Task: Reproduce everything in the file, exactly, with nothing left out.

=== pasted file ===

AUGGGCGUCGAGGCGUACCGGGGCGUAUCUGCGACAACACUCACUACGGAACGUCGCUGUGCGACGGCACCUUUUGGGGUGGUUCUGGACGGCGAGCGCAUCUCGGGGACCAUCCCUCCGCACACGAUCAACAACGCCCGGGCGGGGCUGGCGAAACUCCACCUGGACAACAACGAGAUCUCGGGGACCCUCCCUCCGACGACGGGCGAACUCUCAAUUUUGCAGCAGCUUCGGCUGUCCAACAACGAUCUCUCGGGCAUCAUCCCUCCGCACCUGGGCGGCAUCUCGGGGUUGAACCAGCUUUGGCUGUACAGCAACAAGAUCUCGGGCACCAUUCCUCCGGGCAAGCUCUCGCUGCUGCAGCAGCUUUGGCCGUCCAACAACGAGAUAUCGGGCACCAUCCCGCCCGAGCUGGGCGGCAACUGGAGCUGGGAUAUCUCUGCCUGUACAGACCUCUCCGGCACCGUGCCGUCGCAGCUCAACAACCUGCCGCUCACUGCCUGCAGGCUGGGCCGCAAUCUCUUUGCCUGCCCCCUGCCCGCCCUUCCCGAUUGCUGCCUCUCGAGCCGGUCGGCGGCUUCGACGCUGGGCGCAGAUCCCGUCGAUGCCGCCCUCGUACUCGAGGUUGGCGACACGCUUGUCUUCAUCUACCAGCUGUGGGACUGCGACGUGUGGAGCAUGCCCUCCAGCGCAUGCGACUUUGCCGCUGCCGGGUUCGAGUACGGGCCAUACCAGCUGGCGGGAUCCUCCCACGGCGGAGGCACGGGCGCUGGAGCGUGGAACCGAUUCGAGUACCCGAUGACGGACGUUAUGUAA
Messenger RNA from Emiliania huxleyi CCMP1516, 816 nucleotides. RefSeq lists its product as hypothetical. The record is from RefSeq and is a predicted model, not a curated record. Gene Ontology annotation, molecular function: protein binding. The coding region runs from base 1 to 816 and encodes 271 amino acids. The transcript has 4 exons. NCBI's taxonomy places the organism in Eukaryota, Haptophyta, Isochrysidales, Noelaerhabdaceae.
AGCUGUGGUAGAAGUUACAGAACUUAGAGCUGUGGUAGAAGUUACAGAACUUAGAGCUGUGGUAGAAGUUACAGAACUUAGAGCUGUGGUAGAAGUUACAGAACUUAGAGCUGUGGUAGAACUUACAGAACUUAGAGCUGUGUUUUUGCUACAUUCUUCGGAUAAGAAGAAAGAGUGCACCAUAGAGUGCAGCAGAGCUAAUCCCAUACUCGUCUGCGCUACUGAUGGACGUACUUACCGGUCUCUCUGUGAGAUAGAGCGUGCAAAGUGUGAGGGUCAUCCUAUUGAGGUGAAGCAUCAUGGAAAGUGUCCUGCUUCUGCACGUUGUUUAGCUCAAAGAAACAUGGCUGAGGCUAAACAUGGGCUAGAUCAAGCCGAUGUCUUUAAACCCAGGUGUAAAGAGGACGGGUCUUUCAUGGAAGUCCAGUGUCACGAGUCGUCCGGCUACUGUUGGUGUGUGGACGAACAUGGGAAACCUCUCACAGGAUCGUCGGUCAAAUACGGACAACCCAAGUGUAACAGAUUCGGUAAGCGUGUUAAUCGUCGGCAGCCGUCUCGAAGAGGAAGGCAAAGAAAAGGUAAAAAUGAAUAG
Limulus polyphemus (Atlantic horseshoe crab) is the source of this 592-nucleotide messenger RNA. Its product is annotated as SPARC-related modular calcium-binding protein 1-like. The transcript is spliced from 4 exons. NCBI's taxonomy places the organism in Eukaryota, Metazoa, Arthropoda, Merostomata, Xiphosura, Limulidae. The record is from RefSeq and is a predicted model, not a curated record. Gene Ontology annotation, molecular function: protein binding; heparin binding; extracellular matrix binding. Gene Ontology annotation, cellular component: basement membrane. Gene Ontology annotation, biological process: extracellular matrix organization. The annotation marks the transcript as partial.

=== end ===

AUGGGCGUCGAGGCGUACCGGGGCGUAUCUGCGACAACACUCACUACGGAACGUCGCUGUGCGACGGCACCUUUUGGGGUGGUUCUGGACGGCGAGCGCAUCUCGGGGACCAUCCCUCCGCACACGAUCAACAACGCCCGGGCGGGGCUGGCGAAACUCCACCUGGACAACAACGAGAUCUCGGGGACCCUCCCUCCGACGACGGGCGAACUCUCAAUUUUGCAGCAGCUUCGGCUGUCCAACAACGAUCUCUCGGGCAUCAUCCCUCCGCACCUGGGCGGCAUCUCGGGGUUGAACCAGCUUUGGCUGUACAGCAACAAGAUCUCGGGCACCAUUCCUCCGGGCAAGCUCUCGCUGCUGCAGCAGCUUUGGCCGUCCAACAACGAGAUAUCGGGCACCAUCCCGCCCGAGCUGGGCGGCAACUGGAGCUGGGAUAUCUCUGCCUGUACAGACCUCUCCGGCACCGUGCCGUCGCAGCUCAACAACCUGCCGCUCACUGCCUGCAGGCUGGGCCGCAAUCUCUUUGCCUGCCCCCUGCCCGCCCUUCCCGAUUGCUGCCUCUCGAGCCGGUCGGCGGCUUCGACGCUGGGCGCAGAUCCCGUCGAUGCCGCCCUCGUACUCGAGGUUGGCGACACGCUUGUCUUCAUCUACCAGCUGUGGGACUGCGACGUGUGGAGCAUGCCCUCCAGCGCAUGCGACUUUGCCGCUGCCGGGUUCGAGUACGGGCCAUACCAGCUGGCGGGAUCCUCCCACGGCGGAGGCACGGGCGCUGGAGCGUGGAACCGAUUCGAGUACCCGAUGACGGACGUUAUGUAA
Messenger RNA from Emiliania huxleyi CCMP1516, 816 nucleotides. RefSeq lists its product as hypothetical. The record is from RefSeq and is a predicted model, not a curated record. Gene Ontology annotation, molecular function: protein binding. The coding region runs from base 1 to 816 and encodes 271 amino acids. The transcript has 4 exons. NCBI's taxonomy places the organism in Eukaryota, Haptophyta, Isochrysidales, Noelaerhabdaceae.
AGCUGUGGUAGAAGUUACAGAACUUAGAGCUGUGGUAGAAGUUACAGAACUUAGAGCUGUGGUAGAAGUUACAGAACUUAGAGCUGUGGUAGAAGUUACAGAACUUAGAGCUGUGGUAGAACUUACAGAACUUAGAGCUGUGUUUUUGCUACAUUCUUCGGAUAAGAAGAAAGAGUGCACCAUAGAGUGCAGCAGAGCUAAUCCCAUACUCGUCUGCGCUACUGAUGGACGUACUUACCGGUCUCUCUGUGAGAUAGAGCGUGCAAAGUGUGAGGGUCAUCCUAUUGAGGUGAAGCAUCAUGGAAAGUGUCCUGCUUCUGCACGUUGUUUAGCUCAAAGAAACAUGGCUGAGGCUAAACAUGGGCUAGAUCAAGCCGAUGUCUUUAAACCCAGGUGUAAAGAGGACGGGUCUUUCAUGGAAGUCCAGUGUCACGAGUCGUCCGGCUACUGUUGGUGUGUGGACGAACAUGGGAAACCUCUCACAGGAUCGUCGGUCAAAUACGGACAACCCAAGUGUAACAGAUUCGGUAAGCGUGUUAAUCGUCGGCAGCCGUCUCGAAGAGGAAGGCAAAGAAAAGGUAAAAAUGAAUAG
Limulus polyphemus (Atlantic horseshoe crab) is the source of this 592-nucleotide messenger RNA. Its product is annotated as SPARC-related modular calcium-binding protein 1-like. The transcript is spliced from 4 exons. NCBI's taxonomy places the organism in Eukaryota, Metazoa, Arthropoda, Merostomata, Xiphosura, Limulidae. The record is from RefSeq and is a predicted model, not a curated record. Gene Ontology annotation, molecular function: protein binding; heparin binding; extracellular matrix binding. Gene Ontology annotation, cellular component: basement membrane. Gene Ontology annotation, biological process: extracellular matrix organization. The annotation marks the transcript as partial.